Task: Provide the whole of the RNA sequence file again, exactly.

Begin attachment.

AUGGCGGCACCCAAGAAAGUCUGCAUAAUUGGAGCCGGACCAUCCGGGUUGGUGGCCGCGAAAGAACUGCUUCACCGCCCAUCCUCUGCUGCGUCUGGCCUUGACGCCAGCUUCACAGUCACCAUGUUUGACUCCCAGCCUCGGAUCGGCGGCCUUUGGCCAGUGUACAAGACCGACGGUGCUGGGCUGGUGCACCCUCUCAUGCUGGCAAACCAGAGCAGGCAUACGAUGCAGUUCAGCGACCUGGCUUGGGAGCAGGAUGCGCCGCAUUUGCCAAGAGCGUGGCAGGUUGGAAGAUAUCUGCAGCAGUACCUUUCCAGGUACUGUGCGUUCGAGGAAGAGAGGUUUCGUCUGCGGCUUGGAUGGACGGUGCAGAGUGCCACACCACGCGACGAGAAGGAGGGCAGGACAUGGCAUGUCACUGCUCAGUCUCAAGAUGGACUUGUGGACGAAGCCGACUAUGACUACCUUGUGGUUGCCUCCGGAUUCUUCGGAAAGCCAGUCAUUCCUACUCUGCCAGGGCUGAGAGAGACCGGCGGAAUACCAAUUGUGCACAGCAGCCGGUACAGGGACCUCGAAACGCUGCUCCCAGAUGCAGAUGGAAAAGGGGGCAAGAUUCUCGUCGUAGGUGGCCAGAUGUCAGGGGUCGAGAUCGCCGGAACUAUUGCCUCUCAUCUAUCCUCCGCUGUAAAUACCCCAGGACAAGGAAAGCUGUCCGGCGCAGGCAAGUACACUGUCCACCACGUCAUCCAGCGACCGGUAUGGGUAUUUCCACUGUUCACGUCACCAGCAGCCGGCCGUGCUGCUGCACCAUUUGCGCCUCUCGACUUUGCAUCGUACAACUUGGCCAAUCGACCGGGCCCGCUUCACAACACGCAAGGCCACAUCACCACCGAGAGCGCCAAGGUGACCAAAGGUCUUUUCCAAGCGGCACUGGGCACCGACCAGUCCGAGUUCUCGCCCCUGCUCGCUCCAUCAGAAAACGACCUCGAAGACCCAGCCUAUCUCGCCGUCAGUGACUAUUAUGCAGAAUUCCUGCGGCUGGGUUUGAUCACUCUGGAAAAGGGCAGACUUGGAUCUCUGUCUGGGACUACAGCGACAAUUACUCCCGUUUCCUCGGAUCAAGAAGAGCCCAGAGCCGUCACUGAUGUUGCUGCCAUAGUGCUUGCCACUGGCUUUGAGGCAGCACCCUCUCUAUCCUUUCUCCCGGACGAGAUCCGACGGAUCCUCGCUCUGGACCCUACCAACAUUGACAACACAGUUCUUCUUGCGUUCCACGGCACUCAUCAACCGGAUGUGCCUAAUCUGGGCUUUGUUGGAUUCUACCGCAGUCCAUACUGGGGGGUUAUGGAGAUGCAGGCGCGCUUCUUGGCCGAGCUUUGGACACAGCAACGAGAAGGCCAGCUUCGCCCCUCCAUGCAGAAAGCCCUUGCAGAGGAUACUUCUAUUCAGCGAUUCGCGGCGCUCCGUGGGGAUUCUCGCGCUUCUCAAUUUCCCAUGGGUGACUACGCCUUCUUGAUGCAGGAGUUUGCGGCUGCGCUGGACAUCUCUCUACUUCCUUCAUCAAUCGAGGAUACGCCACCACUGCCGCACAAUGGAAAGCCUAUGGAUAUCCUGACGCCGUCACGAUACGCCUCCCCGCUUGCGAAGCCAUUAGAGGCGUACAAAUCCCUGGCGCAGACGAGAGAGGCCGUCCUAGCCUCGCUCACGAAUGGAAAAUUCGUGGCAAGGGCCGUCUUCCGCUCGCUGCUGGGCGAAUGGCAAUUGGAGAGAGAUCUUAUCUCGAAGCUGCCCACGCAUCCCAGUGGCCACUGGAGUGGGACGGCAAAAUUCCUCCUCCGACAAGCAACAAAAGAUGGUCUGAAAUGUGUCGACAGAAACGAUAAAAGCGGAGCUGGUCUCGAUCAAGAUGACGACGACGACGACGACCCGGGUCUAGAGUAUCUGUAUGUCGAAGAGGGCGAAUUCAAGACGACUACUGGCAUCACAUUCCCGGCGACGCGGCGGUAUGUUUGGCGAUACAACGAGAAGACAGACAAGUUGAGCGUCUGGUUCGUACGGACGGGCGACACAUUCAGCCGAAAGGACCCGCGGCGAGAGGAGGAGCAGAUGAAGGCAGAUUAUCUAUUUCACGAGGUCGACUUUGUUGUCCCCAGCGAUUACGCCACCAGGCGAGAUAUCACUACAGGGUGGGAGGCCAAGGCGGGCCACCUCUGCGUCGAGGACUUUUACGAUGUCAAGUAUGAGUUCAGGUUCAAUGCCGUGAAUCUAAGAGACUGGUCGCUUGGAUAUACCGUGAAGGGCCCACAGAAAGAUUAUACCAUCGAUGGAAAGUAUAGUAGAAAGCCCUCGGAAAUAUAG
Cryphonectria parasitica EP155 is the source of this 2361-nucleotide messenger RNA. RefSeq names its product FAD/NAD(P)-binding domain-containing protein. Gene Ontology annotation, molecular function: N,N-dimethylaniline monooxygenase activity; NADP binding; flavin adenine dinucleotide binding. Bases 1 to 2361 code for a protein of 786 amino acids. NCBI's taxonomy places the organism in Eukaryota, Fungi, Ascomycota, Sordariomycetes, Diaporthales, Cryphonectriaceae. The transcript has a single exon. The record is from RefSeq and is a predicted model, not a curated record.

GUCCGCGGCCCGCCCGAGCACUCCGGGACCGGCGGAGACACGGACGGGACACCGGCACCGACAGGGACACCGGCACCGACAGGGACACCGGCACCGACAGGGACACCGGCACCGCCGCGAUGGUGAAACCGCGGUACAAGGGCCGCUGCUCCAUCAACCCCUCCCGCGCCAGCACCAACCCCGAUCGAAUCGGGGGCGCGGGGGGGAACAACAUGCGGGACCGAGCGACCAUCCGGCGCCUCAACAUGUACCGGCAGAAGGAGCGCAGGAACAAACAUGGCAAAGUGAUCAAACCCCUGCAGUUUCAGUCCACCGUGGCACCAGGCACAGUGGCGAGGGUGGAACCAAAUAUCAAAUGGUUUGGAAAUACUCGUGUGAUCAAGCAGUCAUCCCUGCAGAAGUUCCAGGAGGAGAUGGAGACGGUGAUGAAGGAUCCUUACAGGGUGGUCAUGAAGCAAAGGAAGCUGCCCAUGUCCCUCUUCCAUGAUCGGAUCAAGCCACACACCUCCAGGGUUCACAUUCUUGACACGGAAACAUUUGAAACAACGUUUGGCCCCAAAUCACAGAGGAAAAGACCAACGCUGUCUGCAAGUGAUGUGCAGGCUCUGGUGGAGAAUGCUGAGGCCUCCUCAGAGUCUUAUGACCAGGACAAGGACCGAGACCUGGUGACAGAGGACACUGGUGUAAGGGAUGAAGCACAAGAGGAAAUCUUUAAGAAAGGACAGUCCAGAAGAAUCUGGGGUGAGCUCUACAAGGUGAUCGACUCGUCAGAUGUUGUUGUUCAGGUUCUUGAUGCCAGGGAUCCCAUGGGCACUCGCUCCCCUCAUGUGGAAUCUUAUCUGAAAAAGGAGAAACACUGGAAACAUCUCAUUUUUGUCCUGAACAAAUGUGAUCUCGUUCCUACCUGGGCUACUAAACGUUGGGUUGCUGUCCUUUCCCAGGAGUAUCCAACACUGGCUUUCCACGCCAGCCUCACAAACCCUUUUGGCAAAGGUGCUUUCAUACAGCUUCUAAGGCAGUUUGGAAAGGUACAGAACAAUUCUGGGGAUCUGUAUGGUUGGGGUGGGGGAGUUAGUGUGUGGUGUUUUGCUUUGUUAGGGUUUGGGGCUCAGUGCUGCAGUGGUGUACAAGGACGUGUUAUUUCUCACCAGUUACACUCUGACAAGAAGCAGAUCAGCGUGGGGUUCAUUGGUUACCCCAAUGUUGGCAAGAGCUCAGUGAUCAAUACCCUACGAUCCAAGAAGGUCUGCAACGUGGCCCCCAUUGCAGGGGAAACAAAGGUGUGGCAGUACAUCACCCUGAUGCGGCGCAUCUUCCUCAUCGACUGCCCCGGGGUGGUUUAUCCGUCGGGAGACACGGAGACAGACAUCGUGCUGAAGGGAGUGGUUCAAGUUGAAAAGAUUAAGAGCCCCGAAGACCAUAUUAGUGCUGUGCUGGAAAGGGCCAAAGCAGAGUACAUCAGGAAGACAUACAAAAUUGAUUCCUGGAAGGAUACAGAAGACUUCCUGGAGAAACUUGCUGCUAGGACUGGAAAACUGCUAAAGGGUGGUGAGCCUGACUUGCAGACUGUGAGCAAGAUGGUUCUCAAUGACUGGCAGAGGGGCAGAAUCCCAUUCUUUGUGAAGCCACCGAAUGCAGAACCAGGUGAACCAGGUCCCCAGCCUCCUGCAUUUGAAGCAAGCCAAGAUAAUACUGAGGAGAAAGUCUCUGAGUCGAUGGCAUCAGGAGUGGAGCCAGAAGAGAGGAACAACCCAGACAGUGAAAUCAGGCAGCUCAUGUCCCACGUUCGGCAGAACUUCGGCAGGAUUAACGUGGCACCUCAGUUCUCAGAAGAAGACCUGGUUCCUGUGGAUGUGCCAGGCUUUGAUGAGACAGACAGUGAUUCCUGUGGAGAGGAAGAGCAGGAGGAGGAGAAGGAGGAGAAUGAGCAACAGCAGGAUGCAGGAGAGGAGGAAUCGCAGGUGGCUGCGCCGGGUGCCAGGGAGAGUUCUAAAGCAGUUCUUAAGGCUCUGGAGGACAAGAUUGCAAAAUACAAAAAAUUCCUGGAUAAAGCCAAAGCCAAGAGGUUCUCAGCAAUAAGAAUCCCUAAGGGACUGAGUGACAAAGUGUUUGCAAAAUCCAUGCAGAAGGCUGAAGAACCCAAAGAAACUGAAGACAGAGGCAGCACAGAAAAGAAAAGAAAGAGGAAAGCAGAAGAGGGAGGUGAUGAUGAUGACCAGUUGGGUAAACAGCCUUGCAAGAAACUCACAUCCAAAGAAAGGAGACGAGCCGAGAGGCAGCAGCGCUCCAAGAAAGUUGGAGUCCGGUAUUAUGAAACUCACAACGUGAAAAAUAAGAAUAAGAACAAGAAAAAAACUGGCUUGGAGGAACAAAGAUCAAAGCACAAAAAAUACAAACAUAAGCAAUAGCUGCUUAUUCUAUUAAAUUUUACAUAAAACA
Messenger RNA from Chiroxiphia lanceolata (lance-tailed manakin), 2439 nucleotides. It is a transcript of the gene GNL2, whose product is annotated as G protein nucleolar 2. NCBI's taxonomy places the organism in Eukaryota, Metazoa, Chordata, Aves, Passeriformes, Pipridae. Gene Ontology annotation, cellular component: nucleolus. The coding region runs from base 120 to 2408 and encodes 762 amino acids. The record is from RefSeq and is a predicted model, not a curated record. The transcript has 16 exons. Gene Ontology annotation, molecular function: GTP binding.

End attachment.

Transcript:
AUGGCGGCACCCAAGAAAGUCUGCAUAAUUGGAGCCGGACCAUCCGGGUUGGUGGCCGCGAAAGAACUGCUUCACCGCCCAUCCUCUGCUGCGUCUGGCCUUGACGCCAGCUUCACAGUCACCAUGUUUGACUCCCAGCCUCGGAUCGGCGGCCUUUGGCCAGUGUACAAGACCGACGGUGCUGGGCUGGUGCACCCUCUCAUGCUGGCAAACCAGAGCAGGCAUACGAUGCAGUUCAGCGACCUGGCUUGGGAGCAGGAUGCGCCGCAUUUGCCAAGAGCGUGGCAGGUUGGAAGAUAUCUGCAGCAGUACCUUUCCAGGUACUGUGCGUUCGAGGAAGAGAGGUUUCGUCUGCGGCUUGGAUGGACGGUGCAGAGUGCCACACCACGCGACGAGAAGGAGGGCAGGACAUGGCAUGUCACUGCUCAGUCUCAAGAUGGACUUGUGGACGAAGCCGACUAUGACUACCUUGUGGUUGCCUCCGGAUUCUUCGGAAAGCCAGUCAUUCCUACUCUGCCAGGGCUGAGAGAGACCGGCGGAAUACCAAUUGUGCACAGCAGCCGGUACAGGGACCUCGAAACGCUGCUCCCAGAUGCAGAUGGAAAAGGGGGCAAGAUUCUCGUCGUAGGUGGCCAGAUGUCAGGGGUCGAGAUCGCCGGAACUAUUGCCUCUCAUCUAUCCUCCGCUGUAAAUACCCCAGGACAAGGAAAGCUGUCCGGCGCAGGCAAGUACACUGUCCACCACGUCAUCCAGCGACCGGUAUGGGUAUUUCCACUGUUCACGUCACCAGCAGCCGGCCGUGCUGCUGCACCAUUUGCGCCUCUCGACUUUGCAUCGUACAACUUGGCCAAUCGACCGGGCCCGCUUCACAACACGCAAGGCCACAUCACCACCGAGAGCGCCAAGGUGACCAAAGGUCUUUUCCAAGCGGCACUGGGCACCGACCAGUCCGAGUUCUCGCCCCUGCUCGCUCCAUCAGAAAACGACCUCGAAGACCCAGCCUAUCUCGCCGUCAGUGACUAUUAUGCAGAAUUCCUGCGGCUGGGUUUGAUCACUCUGGAAAAGGGCAGACUUGGAUCUCUGUCUGGGACUACAGCGACAAUUACUCCCGUUUCCUCGGAUCAAGAAGAGCCCAGAGCCGUCACUGAUGUUGCUGCCAUAGUGCUUGCCACUGGCUUUGAGGCAGCACCCUCUCUAUCCUUUCUCCCGGACGAGAUCCGACGGAUCCUCGCUCUGGACCCUACCAACAUUGACAACACAGUUCUUCUUGCGUUCCACGGCACUCAUCAACCGGAUGUGCCUAAUCUGGGCUUUGUUGGAUUCUACCGCAGUCCAUACUGGGGGGUUAUGGAGAUGCAGGCGCGCUUCUUGGCCGAGCUUUGGACACAGCAACGAGAAGGCCAGCUUCGCCCCUCCAUGCAGAAAGCCCUUGCAGAGGAUACUUCUAUUCAGCGAUUCGCGGCGCUCCGUGGGGAUUCUCGCGCUUCUCAAUUUCCCAUGGGUGACUACGCCUUCUUGAUGCAGGAGUUUGCGGCUGCGCUGGACAUCUCUCUACUUCCUUCAUCAAUCGAGGAUACGCCACCACUGCCGCACAAUGGAAAGCCUAUGGAUAUCCUGACGCCGUCACGAUACGCCUCCCCGCUUGCGAAGCCAUUAGAGGCGUACAAAUCCCUGGCGCAGACGAGAGAGGCCGUCCUAGCCUCGCUCACGAAUGGAAAAUUCGUGGCAAGGGCCGUCUUCCGCUCGCUGCUGGGCGAAUGGCAAUUGGAGAGAGAUCUUAUCUCGAAGCUGCCCACGCAUCCCAGUGGCCACUGGAGUGGGACGGCAAAAUUCCUCCUCCGACAAGCAACAAAAGAUGGUCUGAAAUGUGUCGACAGAAACGAUAAAAGCGGAGCUGGUCUCGAUCAAGAUGACGACGACGACGACGACCCGGGUCUAGAGUAUCUGUAUGUCGAAGAGGGCGAAUUCAAGACGACUACUGGCAUCACAUUCCCGGCGACGCGGCGGUAUGUUUGGCGAUACAACGAGAAGACAGACAAGUUGAGCGUCUGGUUCGUACGGACGGGCGACACAUUCAGCCGAAAGGACCCGCGGCGAGAGGAGGAGCAGAUGAAGGCAGAUUAUCUAUUUCACGAGGUCGACUUUGUUGUCCCCAGCGAUUACGCCACCAGGCGAGAUAUCACUACAGGGUGGGAGGCCAAGGCGGGCCACCUCUGCGUCGAGGACUUUUACGAUGUCAAGUAUGAGUUCAGGUUCAAUGCCGUGAAUCUAAGAGACUGGUCGCUUGGAUAUACCGUGAAGGGCCCACAGAAAGAUUAUACCAUCGAUGGAAAGUAUAGUAGAAAGCCCUCGGAAAUAUAG
Cryphonectria parasitica EP155 is the source of this 2361-nucleotide messenger RNA. RefSeq names its product FAD/NAD(P)-binding domain-containing protein. Gene Ontology annotation, molecular function: N,N-dimethylaniline monooxygenase activity; NADP binding; flavin adenine dinucleotide binding. Bases 1 to 2361 code for a protein of 786 amino acids. NCBI's taxonomy places the organism in Eukaryota, Fungi, Ascomycota, Sordariomycetes, Diaporthales, Cryphonectriaceae. The transcript has a single exon. The record is from RefSeq and is a predicted model, not a curated record.

GUCCGCGGCCCGCCCGAGCACUCCGGGACCGGCGGAGACACGGACGGGACACCGGCACCGACAGGGACACCGGCACCGACAGGGACACCGGCACCGACAGGGACACCGGCACCGCCGCGAUGGUGAAACCGCGGUACAAGGGCCGCUGCUCCAUCAACCCCUCCCGCGCCAGCACCAACCCCGAUCGAAUCGGGGGCGCGGGGGGGAACAACAUGCGGGACCGAGCGACCAUCCGGCGCCUCAACAUGUACCGGCAGAAGGAGCGCAGGAACAAACAUGGCAAAGUGAUCAAACCCCUGCAGUUUCAGUCCACCGUGGCACCAGGCACAGUGGCGAGGGUGGAACCAAAUAUCAAAUGGUUUGGAAAUACUCGUGUGAUCAAGCAGUCAUCCCUGCAGAAGUUCCAGGAGGAGAUGGAGACGGUGAUGAAGGAUCCUUACAGGGUGGUCAUGAAGCAAAGGAAGCUGCCCAUGUCCCUCUUCCAUGAUCGGAUCAAGCCACACACCUCCAGGGUUCACAUUCUUGACACGGAAACAUUUGAAACAACGUUUGGCCCCAAAUCACAGAGGAAAAGACCAACGCUGUCUGCAAGUGAUGUGCAGGCUCUGGUGGAGAAUGCUGAGGCCUCCUCAGAGUCUUAUGACCAGGACAAGGACCGAGACCUGGUGACAGAGGACACUGGUGUAAGGGAUGAAGCACAAGAGGAAAUCUUUAAGAAAGGACAGUCCAGAAGAAUCUGGGGUGAGCUCUACAAGGUGAUCGACUCGUCAGAUGUUGUUGUUCAGGUUCUUGAUGCCAGGGAUCCCAUGGGCACUCGCUCCCCUCAUGUGGAAUCUUAUCUGAAAAAGGAGAAACACUGGAAACAUCUCAUUUUUGUCCUGAACAAAUGUGAUCUCGUUCCUACCUGGGCUACUAAACGUUGGGUUGCUGUCCUUUCCCAGGAGUAUCCAACACUGGCUUUCCACGCCAGCCUCACAAACCCUUUUGGCAAAGGUGCUUUCAUACAGCUUCUAAGGCAGUUUGGAAAGGUACAGAACAAUUCUGGGGAUCUGUAUGGUUGGGGUGGGGGAGUUAGUGUGUGGUGUUUUGCUUUGUUAGGGUUUGGGGCUCAGUGCUGCAGUGGUGUACAAGGACGUGUUAUUUCUCACCAGUUACACUCUGACAAGAAGCAGAUCAGCGUGGGGUUCAUUGGUUACCCCAAUGUUGGCAAGAGCUCAGUGAUCAAUACCCUACGAUCCAAGAAGGUCUGCAACGUGGCCCCCAUUGCAGGGGAAACAAAGGUGUGGCAGUACAUCACCCUGAUGCGGCGCAUCUUCCUCAUCGACUGCCCCGGGGUGGUUUAUCCGUCGGGAGACACGGAGACAGACAUCGUGCUGAAGGGAGUGGUUCAAGUUGAAAAGAUUAAGAGCCCCGAAGACCAUAUUAGUGCUGUGCUGGAAAGGGCCAAAGCAGAGUACAUCAGGAAGACAUACAAAAUUGAUUCCUGGAAGGAUACAGAAGACUUCCUGGAGAAACUUGCUGCUAGGACUGGAAAACUGCUAAAGGGUGGUGAGCCUGACUUGCAGACUGUGAGCAAGAUGGUUCUCAAUGACUGGCAGAGGGGCAGAAUCCCAUUCUUUGUGAAGCCACCGAAUGCAGAACCAGGUGAACCAGGUCCCCAGCCUCCUGCAUUUGAAGCAAGCCAAGAUAAUACUGAGGAGAAAGUCUCUGAGUCGAUGGCAUCAGGAGUGGAGCCAGAAGAGAGGAACAACCCAGACAGUGAAAUCAGGCAGCUCAUGUCCCACGUUCGGCAGAACUUCGGCAGGAUUAACGUGGCACCUCAGUUCUCAGAAGAAGACCUGGUUCCUGUGGAUGUGCCAGGCUUUGAUGAGACAGACAGUGAUUCCUGUGGAGAGGAAGAGCAGGAGGAGGAGAAGGAGGAGAAUGAGCAACAGCAGGAUGCAGGAGAGGAGGAAUCGCAGGUGGCUGCGCCGGGUGCCAGGGAGAGUUCUAAAGCAGUUCUUAAGGCUCUGGAGGACAAGAUUGCAAAAUACAAAAAAUUCCUGGAUAAAGCCAAAGCCAAGAGGUUCUCAGCAAUAAGAAUCCCUAAGGGACUGAGUGACAAAGUGUUUGCAAAAUCCAUGCAGAAGGCUGAAGAACCCAAAGAAACUGAAGACAGAGGCAGCACAGAAAAGAAAAGAAAGAGGAAAGCAGAAGAGGGAGGUGAUGAUGAUGACCAGUUGGGUAAACAGCCUUGCAAGAAACUCACAUCCAAAGAAAGGAGACGAGCCGAGAGGCAGCAGCGCUCCAAGAAAGUUGGAGUCCGGUAUUAUGAAACUCACAACGUGAAAAAUAAGAAUAAGAACAAGAAAAAAACUGGCUUGGAGGAACAAAGAUCAAAGCACAAAAAAUACAAACAUAAGCAAUAGCUGCUUAUUCUAUUAAAUUUUACAUAAAACA
Messenger RNA from Chiroxiphia lanceolata (lance-tailed manakin), 2439 nucleotides. It is a transcript of the gene GNL2, whose product is annotated as G protein nucleolar 2. NCBI's taxonomy places the organism in Eukaryota, Metazoa, Chordata, Aves, Passeriformes, Pipridae. Gene Ontology annotation, cellular component: nucleolus. The coding region runs from base 120 to 2408 and encodes 762 amino acids. The record is from RefSeq and is a predicted model, not a curated record. The transcript has 16 exons. Gene Ontology annotation, molecular function: GTP binding.